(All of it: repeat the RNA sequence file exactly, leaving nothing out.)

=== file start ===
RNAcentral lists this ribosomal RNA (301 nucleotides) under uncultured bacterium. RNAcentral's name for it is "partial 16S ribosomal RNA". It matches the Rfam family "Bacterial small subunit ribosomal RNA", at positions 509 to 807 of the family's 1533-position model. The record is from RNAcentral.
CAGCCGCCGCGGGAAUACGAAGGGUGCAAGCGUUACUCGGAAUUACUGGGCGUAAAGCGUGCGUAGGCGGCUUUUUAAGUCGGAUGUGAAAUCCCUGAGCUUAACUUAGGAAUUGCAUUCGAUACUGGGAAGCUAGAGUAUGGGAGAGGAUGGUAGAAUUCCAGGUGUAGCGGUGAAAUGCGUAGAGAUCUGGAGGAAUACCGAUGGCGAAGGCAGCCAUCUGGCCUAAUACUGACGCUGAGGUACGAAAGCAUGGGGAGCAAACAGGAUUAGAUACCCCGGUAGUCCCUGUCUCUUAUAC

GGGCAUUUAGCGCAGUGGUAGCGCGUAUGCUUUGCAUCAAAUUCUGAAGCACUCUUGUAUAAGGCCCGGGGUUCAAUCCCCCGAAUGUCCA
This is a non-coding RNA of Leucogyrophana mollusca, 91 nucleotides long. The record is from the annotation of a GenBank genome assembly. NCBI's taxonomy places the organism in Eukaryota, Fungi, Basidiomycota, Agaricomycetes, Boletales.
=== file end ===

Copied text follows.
RNAcentral lists this ribosomal RNA (301 nucleotides) under uncultured bacterium. RNAcentral's name for it is "partial 16S ribosomal RNA". It matches the Rfam family "Bacterial small subunit ribosomal RNA", at positions 509 to 807 of the family's 1533-position model. The record is from RNAcentral.
CAGCCGCCGCGGGAAUACGAAGGGUGCAAGCGUUACUCGGAAUUACUGGGCGUAAAGCGUGCGUAGGCGGCUUUUUAAGUCGGAUGUGAAAUCCCUGAGCUUAACUUAGGAAUUGCAUUCGAUACUGGGAAGCUAGAGUAUGGGAGAGGAUGGUAGAAUUCCAGGUGUAGCGGUGAAAUGCGUAGAGAUCUGGAGGAAUACCGAUGGCGAAGGCAGCCAUCUGGCCUAAUACUGACGCUGAGGUACGAAAGCAUGGGGAGCAAACAGGAUUAGAUACCCCGGUAGUCCCUGUCUCUUAUAC

GGGCAUUUAGCGCAGUGGUAGCGCGUAUGCUUUGCAUCAAAUUCUGAAGCACUCUUGUAUAAGGCCCGGGGUUCAAUCCCCCGAAUGUCCA
This is a non-coding RNA of Leucogyrophana mollusca, 91 nucleotides long. The record is from the annotation of a GenBank genome assembly. NCBI's taxonomy places the organism in Eukaryota, Fungi, Basidiomycota, Agaricomycetes, Boletales.